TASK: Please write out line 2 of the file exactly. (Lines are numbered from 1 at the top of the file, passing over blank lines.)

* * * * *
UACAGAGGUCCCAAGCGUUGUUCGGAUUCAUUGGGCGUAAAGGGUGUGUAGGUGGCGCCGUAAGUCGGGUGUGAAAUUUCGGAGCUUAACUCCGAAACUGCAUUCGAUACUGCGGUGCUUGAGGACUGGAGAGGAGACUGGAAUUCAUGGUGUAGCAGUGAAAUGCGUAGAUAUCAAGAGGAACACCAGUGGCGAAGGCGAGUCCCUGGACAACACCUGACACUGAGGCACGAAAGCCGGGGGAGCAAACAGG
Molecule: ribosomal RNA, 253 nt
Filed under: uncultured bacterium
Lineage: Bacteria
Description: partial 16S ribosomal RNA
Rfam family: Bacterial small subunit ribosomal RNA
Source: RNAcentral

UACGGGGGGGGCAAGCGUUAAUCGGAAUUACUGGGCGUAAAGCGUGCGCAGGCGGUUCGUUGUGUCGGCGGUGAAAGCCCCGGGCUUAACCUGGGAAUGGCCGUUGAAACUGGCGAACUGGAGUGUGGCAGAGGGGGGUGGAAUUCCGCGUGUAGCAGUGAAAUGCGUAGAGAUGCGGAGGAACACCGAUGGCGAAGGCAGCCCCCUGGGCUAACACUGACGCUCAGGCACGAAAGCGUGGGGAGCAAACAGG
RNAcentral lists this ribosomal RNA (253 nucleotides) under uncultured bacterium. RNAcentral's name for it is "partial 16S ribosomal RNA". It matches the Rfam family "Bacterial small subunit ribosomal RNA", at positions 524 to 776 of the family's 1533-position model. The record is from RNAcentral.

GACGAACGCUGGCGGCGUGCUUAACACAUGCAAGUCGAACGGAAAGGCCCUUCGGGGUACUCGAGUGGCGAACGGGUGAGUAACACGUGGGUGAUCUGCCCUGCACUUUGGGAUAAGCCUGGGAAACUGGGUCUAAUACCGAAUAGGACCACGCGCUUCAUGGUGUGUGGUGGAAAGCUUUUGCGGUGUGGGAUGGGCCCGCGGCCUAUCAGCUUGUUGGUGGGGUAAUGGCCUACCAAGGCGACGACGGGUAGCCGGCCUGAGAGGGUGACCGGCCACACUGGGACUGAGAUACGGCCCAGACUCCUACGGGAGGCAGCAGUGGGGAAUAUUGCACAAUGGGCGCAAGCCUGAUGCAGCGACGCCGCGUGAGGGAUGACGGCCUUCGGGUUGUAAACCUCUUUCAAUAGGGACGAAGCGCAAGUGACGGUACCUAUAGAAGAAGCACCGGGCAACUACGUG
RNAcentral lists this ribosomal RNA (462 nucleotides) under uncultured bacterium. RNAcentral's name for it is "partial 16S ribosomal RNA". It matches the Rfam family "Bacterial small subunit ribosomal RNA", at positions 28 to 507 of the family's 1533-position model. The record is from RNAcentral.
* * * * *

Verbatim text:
Molecule: ribosomal RNA, 253 nt